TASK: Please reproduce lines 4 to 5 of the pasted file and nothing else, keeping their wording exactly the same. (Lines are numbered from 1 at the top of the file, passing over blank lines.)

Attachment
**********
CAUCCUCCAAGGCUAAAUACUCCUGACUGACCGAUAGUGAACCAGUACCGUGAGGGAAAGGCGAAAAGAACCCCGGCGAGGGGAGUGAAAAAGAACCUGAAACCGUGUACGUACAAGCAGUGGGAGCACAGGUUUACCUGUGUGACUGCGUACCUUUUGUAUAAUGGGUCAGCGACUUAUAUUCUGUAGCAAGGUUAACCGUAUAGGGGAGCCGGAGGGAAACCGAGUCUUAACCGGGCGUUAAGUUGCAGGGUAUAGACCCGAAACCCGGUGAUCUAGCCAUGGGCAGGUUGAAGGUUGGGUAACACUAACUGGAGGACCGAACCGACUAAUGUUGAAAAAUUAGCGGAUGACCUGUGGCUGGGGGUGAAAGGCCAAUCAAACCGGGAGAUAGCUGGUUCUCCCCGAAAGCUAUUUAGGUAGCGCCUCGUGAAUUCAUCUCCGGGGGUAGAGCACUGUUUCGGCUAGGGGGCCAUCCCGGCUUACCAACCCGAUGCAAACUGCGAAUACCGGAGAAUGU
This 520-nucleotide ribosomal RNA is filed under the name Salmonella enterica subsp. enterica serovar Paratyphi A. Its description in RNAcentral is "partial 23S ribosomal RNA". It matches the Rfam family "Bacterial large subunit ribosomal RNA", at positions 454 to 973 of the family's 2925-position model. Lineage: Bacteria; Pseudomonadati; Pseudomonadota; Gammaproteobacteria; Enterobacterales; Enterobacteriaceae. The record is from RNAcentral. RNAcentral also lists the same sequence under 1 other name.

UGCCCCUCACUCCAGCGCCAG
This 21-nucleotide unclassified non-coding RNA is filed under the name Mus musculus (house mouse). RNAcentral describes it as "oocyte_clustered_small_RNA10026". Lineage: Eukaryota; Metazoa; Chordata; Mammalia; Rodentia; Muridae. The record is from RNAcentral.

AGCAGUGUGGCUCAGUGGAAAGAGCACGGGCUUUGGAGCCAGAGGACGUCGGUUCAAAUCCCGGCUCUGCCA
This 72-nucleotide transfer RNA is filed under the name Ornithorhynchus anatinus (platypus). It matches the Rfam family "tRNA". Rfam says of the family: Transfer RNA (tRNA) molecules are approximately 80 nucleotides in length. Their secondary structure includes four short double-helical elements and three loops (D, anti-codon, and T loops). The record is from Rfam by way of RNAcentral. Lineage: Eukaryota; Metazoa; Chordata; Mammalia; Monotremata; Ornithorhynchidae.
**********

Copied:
This 21-nucleotide unclassified non-coding RNA is filed under the name Mus musculus (house mouse). RNAcentral describes it as "oocyte_clustered_small_RNA10026". Lineage: Eukaryota; Metazoa; Chordata; Mammalia; Rodentia; Muridae. The record is from RNAcentral.

AGCAGUGUGGCUCAGUGGAAAGAGCACGGGCUUUGGAGCCAGAGGACGUCGGUUCAAAUCCCGGCUCUGCCA